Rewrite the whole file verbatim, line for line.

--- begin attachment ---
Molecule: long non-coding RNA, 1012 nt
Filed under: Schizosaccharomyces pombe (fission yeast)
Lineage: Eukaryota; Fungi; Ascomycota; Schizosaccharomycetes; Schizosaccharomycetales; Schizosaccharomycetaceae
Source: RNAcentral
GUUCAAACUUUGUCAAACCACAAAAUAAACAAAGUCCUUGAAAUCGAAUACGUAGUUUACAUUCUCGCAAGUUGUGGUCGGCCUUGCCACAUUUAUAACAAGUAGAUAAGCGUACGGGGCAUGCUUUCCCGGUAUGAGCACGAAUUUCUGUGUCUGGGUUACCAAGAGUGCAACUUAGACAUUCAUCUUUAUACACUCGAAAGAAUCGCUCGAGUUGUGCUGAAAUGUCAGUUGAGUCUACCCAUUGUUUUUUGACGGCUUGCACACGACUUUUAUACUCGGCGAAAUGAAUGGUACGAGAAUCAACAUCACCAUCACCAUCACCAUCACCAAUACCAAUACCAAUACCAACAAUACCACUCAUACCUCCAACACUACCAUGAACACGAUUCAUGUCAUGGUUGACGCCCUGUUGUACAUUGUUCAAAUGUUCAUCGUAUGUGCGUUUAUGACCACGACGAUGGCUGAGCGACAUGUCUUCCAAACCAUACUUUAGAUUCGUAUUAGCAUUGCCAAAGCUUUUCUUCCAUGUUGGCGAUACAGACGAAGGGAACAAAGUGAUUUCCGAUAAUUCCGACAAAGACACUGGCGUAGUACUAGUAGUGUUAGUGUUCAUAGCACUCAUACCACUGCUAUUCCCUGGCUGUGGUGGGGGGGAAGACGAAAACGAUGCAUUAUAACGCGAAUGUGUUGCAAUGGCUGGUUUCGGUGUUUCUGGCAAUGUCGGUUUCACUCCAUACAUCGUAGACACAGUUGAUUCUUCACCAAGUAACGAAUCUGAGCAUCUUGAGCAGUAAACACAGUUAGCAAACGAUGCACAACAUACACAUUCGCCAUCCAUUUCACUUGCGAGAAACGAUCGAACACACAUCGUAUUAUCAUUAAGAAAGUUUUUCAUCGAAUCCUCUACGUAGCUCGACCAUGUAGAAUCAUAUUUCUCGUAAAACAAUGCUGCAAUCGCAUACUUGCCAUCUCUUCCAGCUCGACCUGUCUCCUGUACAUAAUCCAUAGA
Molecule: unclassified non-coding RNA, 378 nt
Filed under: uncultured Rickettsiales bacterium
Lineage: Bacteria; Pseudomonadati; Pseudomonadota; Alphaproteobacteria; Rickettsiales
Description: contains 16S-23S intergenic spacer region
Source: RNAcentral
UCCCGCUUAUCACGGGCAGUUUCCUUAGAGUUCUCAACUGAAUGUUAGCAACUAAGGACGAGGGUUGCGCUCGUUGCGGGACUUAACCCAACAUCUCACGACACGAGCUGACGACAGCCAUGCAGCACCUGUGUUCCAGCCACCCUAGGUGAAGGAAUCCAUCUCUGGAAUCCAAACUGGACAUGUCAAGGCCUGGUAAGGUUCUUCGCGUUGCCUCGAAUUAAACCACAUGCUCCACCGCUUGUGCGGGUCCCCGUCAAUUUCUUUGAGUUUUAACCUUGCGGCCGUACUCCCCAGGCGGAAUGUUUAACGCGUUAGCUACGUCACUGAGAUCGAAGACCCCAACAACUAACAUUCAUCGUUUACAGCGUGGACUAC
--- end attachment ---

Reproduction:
Molecule: long non-coding RNA, 1012 nt
Filed under: Schizosaccharomyces pombe (fission yeast)
Lineage: Eukaryota; Fungi; Ascomycota; Schizosaccharomycetes; Schizosaccharomycetales; Schizosaccharomycetaceae
Source: RNAcentral
GUUCAAACUUUGUCAAACCACAAAAUAAACAAAGUCCUUGAAAUCGAAUACGUAGUUUACAUUCUCGCAAGUUGUGGUCGGCCUUGCCACAUUUAUAACAAGUAGAUAAGCGUACGGGGCAUGCUUUCCCGGUAUGAGCACGAAUUUCUGUGUCUGGGUUACCAAGAGUGCAACUUAGACAUUCAUCUUUAUACACUCGAAAGAAUCGCUCGAGUUGUGCUGAAAUGUCAGUUGAGUCUACCCAUUGUUUUUUGACGGCUUGCACACGACUUUUAUACUCGGCGAAAUGAAUGGUACGAGAAUCAACAUCACCAUCACCAUCACCAUCACCAAUACCAAUACCAAUACCAACAAUACCACUCAUACCUCCAACACUACCAUGAACACGAUUCAUGUCAUGGUUGACGCCCUGUUGUACAUUGUUCAAAUGUUCAUCGUAUGUGCGUUUAUGACCACGACGAUGGCUGAGCGACAUGUCUUCCAAACCAUACUUUAGAUUCGUAUUAGCAUUGCCAAAGCUUUUCUUCCAUGUUGGCGAUACAGACGAAGGGAACAAAGUGAUUUCCGAUAAUUCCGACAAAGACACUGGCGUAGUACUAGUAGUGUUAGUGUUCAUAGCACUCAUACCACUGCUAUUCCCUGGCUGUGGUGGGGGGGAAGACGAAAACGAUGCAUUAUAACGCGAAUGUGUUGCAAUGGCUGGUUUCGGUGUUUCUGGCAAUGUCGGUUUCACUCCAUACAUCGUAGACACAGUUGAUUCUUCACCAAGUAACGAAUCUGAGCAUCUUGAGCAGUAAACACAGUUAGCAAACGAUGCACAACAUACACAUUCGCCAUCCAUUUCACUUGCGAGAAACGAUCGAACACACAUCGUAUUAUCAUUAAGAAAGUUUUUCAUCGAAUCCUCUACGUAGCUCGACCAUGUAGAAUCAUAUUUCUCGUAAAACAAUGCUGCAAUCGCAUACUUGCCAUCUCUUCCAGCUCGACCUGUCUCCUGUACAUAAUCCAUAGA
Molecule: unclassified non-coding RNA, 378 nt
Filed under: uncultured Rickettsiales bacterium
Lineage: Bacteria; Pseudomonadati; Pseudomonadota; Alphaproteobacteria; Rickettsiales
Description: contains 16S-23S intergenic spacer region
Source: RNAcentral
UCCCGCUUAUCACGGGCAGUUUCCUUAGAGUUCUCAACUGAAUGUUAGCAACUAAGGACGAGGGUUGCGCUCGUUGCGGGACUUAACCCAACAUCUCACGACACGAGCUGACGACAGCCAUGCAGCACCUGUGUUCCAGCCACCCUAGGUGAAGGAAUCCAUCUCUGGAAUCCAAACUGGACAUGUCAAGGCCUGGUAAGGUUCUUCGCGUUGCCUCGAAUUAAACCACAUGCUCCACCGCUUGUGCGGGUCCCCGUCAAUUUCUUUGAGUUUUAACCUUGCGGCCGUACUCCCCAGGCGGAAUGUUUAACGCGUUAGCUACGUCACUGAGAUCGAAGACCCCAACAACUAACAUUCAUCGUUUACAGCGUGGACUAC